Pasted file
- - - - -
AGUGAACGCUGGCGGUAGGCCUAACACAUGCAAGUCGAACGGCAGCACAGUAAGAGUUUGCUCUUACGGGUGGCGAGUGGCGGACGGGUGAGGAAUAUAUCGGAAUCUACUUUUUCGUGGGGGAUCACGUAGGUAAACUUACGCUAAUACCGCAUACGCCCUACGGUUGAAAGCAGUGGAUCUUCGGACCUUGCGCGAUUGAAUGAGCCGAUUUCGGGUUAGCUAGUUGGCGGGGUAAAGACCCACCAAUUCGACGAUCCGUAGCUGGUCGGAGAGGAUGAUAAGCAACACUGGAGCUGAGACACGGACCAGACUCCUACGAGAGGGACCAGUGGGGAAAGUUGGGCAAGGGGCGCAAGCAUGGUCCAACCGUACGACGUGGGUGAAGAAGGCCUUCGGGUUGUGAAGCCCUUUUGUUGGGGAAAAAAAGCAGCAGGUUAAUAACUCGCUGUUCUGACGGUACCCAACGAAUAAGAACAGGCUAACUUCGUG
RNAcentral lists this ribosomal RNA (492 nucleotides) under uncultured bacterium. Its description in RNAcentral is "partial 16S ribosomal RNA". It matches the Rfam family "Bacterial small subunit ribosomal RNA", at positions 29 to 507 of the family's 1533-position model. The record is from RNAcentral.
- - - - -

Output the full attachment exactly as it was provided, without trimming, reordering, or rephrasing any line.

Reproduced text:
AGUGAACGCUGGCGGUAGGCCUAACACAUGCAAGUCGAACGGCAGCACAGUAAGAGUUUGCUCUUACGGGUGGCGAGUGGCGGACGGGUGAGGAAUAUAUCGGAAUCUACUUUUUCGUGGGGGAUCACGUAGGUAAACUUACGCUAAUACCGCAUACGCCCUACGGUUGAAAGCAGUGGAUCUUCGGACCUUGCGCGAUUGAAUGAGCCGAUUUCGGGUUAGCUAGUUGGCGGGGUAAAGACCCACCAAUUCGACGAUCCGUAGCUGGUCGGAGAGGAUGAUAAGCAACACUGGAGCUGAGACACGGACCAGACUCCUACGAGAGGGACCAGUGGGGAAAGUUGGGCAAGGGGCGCAAGCAUGGUCCAACCGUACGACGUGGGUGAAGAAGGCCUUCGGGUUGUGAAGCCCUUUUGUUGGGGAAAAAAAGCAGCAGGUUAAUAACUCGCUGUUCUGACGGUACCCAACGAAUAAGAACAGGCUAACUUCGUG
RNAcentral lists this ribosomal RNA (492 nucleotides) under uncultured bacterium. Its description in RNAcentral is "partial 16S ribosomal RNA". It matches the Rfam family "Bacterial small subunit ribosomal RNA", at positions 29 to 507 of the family's 1533-position model. The record is from RNAcentral.